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European countries secretly import Syrian phosphate, propping up Russia and Assad regimes

Syrian children and adults receive treatment for a suspected chemical attack on the outskirts of the capital Damascus late on February 25, 2018 [HAMZA AL-AJWEH/AFP via Getty Images]
Syrian children and adults receive treatment for a suspected chemical attack on the outskirts of the capital Damascus late on February 25, 2018 [HAMZA AL-AJWEH/AFP via Getty Images]

European countries and firms are purchasing and importing Syrian phosphate and giving business to a Russian company close to President Vladimir Putin in the process, an investigative report has revealed.

According to a report by a consortium of investigative journalists led by Lighthouse Reports and the Organised Crime and Corruption Reporting Project (OCCRP), a number of European countries and companies have been importing phosphates from Syria in an effort to boost their supplies of the commodity, especially amid the shortage of materials as a result of Russia's invasion of Ukraine.

Phosphates, an effective and popular fertiliser, are used for the growth of crops and animal feed, making it an essential commodity for European nations' agricultural industries. Due to the continent having few phosphate reserves of its own, however, it had significantly relied on Syria's mining and supplying of the product prior to the Syrian revolution and outbreak of conflict in 2011.

As one of the world's largest exporters of phosphates at the time, that industry in Syria largely collapsed in 2015 during the conflict and the arrival of Daesh at mining sites. Then, in 2018, Syria's state-run General Company for Phosphates and Mines (Gecopham) gave control of the mines to the Russian company Stroytransgaz, which is owned by Gennady Timchenko, a billionaire oligarch and friend of Russian President Vladimir Putin.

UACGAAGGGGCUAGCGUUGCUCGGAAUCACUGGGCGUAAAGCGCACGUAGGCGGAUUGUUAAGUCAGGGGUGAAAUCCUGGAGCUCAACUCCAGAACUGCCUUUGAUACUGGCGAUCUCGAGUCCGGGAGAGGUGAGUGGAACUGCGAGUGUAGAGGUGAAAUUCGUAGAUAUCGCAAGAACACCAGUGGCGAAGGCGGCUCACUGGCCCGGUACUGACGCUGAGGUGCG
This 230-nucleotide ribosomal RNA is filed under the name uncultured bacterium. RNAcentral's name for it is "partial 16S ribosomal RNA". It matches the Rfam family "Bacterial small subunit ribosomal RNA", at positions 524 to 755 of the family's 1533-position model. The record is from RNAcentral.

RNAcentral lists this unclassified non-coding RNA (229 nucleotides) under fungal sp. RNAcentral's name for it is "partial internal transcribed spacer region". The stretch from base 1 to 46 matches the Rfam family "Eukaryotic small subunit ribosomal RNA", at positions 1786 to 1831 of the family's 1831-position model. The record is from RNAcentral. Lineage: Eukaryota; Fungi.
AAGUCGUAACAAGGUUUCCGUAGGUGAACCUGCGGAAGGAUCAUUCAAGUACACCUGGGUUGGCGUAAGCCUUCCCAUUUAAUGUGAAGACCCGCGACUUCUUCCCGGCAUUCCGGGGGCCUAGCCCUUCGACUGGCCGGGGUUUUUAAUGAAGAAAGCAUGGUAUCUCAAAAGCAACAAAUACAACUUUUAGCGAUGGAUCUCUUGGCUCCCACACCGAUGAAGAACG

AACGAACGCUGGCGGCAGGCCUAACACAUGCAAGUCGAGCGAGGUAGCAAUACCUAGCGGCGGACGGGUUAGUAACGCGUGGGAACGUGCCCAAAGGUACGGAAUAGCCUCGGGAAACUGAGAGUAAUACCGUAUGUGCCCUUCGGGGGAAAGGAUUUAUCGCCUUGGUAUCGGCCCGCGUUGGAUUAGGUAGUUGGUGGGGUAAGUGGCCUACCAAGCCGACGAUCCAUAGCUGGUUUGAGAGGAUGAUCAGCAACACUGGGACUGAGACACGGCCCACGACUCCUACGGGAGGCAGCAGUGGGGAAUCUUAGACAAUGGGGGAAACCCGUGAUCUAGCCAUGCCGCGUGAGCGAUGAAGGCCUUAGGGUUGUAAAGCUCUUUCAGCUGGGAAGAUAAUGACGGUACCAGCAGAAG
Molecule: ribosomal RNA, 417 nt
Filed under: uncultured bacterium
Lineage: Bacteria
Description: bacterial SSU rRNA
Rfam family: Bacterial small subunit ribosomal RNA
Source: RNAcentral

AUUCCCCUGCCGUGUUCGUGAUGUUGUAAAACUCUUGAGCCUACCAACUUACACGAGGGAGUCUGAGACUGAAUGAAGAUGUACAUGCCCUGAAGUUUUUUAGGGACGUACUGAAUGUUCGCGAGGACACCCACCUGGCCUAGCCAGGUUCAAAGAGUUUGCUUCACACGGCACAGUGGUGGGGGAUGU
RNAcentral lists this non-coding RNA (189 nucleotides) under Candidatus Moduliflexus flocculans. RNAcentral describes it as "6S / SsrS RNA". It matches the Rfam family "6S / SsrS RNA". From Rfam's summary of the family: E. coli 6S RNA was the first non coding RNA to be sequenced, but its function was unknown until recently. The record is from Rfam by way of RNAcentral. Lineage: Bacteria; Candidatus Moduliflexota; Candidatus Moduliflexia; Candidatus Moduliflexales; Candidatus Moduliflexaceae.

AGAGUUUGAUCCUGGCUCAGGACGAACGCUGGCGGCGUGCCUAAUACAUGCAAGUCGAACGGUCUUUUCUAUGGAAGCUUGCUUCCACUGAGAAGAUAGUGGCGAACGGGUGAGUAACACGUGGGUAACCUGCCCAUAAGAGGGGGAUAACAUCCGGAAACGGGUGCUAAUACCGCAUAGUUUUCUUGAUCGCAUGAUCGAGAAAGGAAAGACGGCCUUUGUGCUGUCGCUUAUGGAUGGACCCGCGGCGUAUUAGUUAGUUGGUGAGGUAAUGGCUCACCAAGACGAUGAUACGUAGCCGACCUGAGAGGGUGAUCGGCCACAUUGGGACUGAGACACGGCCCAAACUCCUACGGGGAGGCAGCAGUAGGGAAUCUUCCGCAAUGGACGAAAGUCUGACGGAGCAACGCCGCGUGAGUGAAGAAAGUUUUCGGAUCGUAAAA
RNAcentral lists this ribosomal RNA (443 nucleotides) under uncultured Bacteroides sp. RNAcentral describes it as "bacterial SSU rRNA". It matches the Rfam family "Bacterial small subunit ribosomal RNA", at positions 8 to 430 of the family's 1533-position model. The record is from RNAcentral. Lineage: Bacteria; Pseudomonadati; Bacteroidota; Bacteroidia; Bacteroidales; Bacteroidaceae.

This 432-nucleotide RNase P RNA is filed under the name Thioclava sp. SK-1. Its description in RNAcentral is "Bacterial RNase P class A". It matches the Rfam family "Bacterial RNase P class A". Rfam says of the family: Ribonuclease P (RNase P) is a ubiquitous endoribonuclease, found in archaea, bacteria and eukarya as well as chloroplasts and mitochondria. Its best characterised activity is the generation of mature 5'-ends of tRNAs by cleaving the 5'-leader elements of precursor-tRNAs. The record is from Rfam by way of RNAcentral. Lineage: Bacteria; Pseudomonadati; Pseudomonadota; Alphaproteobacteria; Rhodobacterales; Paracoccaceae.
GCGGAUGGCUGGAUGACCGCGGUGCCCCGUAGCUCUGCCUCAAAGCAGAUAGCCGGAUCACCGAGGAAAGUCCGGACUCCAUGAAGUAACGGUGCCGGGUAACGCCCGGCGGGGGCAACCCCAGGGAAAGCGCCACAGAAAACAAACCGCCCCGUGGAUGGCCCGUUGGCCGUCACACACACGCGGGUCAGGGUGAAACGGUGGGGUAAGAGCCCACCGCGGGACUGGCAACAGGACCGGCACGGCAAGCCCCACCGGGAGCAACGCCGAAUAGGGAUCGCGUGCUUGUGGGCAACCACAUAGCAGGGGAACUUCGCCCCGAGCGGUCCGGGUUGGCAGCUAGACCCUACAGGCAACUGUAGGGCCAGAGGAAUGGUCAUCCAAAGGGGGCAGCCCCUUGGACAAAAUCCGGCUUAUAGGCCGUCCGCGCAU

Despite the ongoing war in the country and the European Union's (EU) sanctions on the regime of Bashar Al-Assad, some European states again began buying Syrian phosphates over the years.

According to the report, which cited trade data provided to the UN, Serbia imported $72 million since 2017, followed by Italy and Bulgaria resuming their trade over the past two years. More recently, Spain and Poland began importing Syrian phosphates in January this year, with Madrid purchasing around $900,000 and Warsaw buying $37,000 of the commodity, so far.

READ: Syria regime sets up shell companies to dodge sanctions, investigation reveals

Sales of Syrian phosphate have further grown in demand due to the Russian invasion of Ukraine – a country which was also a key producer and exporter of fertilisers – which has contributed to existing prior shortages of the essential commodity around the world. With that Russian war, have come western sanctions on Moscow, Putin's government and many oligarchs connected to it.

The report revealed that Stroytransgaz also set up a network of front companies with the support of middlemen, which serves the purpose of concealing the Russian firm's involvement and control of Syria's phosphate trade. Along with that industry in its hands, Stroytransgaz controls the Syrian port of Tartus, state-run fertiliser factories and the rights to extract and sell the commodity for 50 years from a major phosphate mine.

When the fertilisers are shipped to the European client countries, the operations are carried out secretly through cargo ships deactivating their tracking systems as they head towards Syria. When they travel back to Europe around a week later, they then switch the tracking systems back on.

Putin blindly bombs Syria - Cartoon [Sarwar Ahmed/MiddleEastMonitor]

Putin blindly bombs Syria – Cartoon [Sarwar Ahmed/MiddleEastMonitor]

One issue the report primarily addressed was that of western sanctions, including those imposed on Syria and Russia by the EU. Due to the bloc's sanctions not specifically targeting Syria's phosphate trade, the European companies and government agencies insist they are not violating any sanctions.

The country's phosphate industry is, however, directly controlled by the Syrian Minister of Oil and Mineral Resources, Bassam Tohme, who is targeted by the sanctions. The client companies and States again have an excuse for that, though, saying that they do not deal directly with him.

"The Syrian phosphates trade shows why the EU sanctions system is not fit for purpose – sanctions evasion works and it's not even that difficult," the report quoted Ibrahim Olabi, a Syrian legal expert who monitors sanctions evasion, as saying. "Russia learned how to do this in Syria and can now use that experience to avoid sanctions over the Ukraine war."

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EUEurope & RussiaInternational OrganisationsMiddle EastNewsRussiaSyria
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